The reason Jung lived the most unfortunate fate on Saturday night is because with a strong fourth and fifth round, who knows how his chances would have played out in the championship rounds? And if you add the factor of incompetent judges into the equation, as we saw with the co-main event, Jung could have gotten extremely lucky (even though it is not likely but then again, who knows).
The shoulder injury cost Jung dearly and the reason he finds himself in the lowliest of lows is because he already had shoulder surgery last year and this will clearly keep him out of action for a long time. All the credit in the world for him to show up at the post-fight press conference (watch full video replay here) in good spirits when he was clearly in excruciating pain.
This would be a toss up between Light Heavyweight fighters Lyoto Machida and Vinny Magalhaes.
Machida certainly is not a loser in the eyes of many, but the judges did cost him a potential title shot with their controversial decision. The moment Machida lost the fight, it was obvious that all fingers would point to Glover Texeira (who needs to get through Ryan Bader first) and to make matters worse, his opponent Phil Davis did not do a convincing enough job for him to skip the line and challenge the winner of Jon Jones vs. Alexander Gustafsson at 165 in Toronto.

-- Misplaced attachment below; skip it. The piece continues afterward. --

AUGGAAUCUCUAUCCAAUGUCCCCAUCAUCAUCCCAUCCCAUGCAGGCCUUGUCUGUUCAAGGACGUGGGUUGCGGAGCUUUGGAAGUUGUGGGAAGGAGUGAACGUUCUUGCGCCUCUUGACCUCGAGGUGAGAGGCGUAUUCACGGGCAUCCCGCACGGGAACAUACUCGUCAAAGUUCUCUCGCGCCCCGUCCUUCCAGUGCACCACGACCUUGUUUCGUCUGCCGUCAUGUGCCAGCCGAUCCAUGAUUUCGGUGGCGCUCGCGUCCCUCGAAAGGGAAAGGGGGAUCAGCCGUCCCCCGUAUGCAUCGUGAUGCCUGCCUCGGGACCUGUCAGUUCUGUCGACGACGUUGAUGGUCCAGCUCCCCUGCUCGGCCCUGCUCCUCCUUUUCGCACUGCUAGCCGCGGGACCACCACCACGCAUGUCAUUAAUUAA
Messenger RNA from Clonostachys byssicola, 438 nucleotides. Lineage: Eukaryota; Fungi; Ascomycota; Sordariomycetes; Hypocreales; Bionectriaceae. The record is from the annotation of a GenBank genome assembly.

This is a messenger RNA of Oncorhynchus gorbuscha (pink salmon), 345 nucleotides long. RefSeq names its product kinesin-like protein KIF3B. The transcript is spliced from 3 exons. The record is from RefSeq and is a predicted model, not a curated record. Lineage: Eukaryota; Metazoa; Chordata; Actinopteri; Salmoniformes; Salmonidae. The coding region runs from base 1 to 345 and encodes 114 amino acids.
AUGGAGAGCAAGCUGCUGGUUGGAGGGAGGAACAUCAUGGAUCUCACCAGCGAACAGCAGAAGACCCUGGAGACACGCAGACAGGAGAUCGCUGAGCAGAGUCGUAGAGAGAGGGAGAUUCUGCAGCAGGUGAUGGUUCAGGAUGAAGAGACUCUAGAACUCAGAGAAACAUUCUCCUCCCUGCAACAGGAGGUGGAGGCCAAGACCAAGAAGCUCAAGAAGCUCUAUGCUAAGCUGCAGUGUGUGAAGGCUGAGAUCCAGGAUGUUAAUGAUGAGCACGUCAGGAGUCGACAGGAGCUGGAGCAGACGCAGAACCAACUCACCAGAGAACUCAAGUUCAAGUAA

His position is now a bit of a mess because it is understandable he should not take this loss as a setback because it was so controversial, but there was enough riding on this fight for his stance at 205 pounds to now be unclear. Who does he face next and where would a victory over that opponent put him? Does he need to work his way up again?
Magalhaes had some strong words for Anthony Perosh coming into this fight. Not only was "Pezao" fighting on his home turf, but he discredited Perosh's abilities and even brought forth a condemning assessment of himself, saying that he deserved to be axed had he not gotten a victory over Perosh.
"The Hippo" undoubtedly made him eat his words in front of the city he grew up in and Magalhaes did not even last half a minute against a man he had such low regard for. If Magalhaes finds himself on the receiving end of a pink slip this week, he sealed his own fate.
He may not have the best UFC record with one win out of four Octagon appearances, but if he himself declared he should get fired with a loss, imagine what his bosses are thinking right now.
For complete UFC 163: "Aldo vs. Korean Zombie" results be sure to check out our comprehensive coverage stream right here.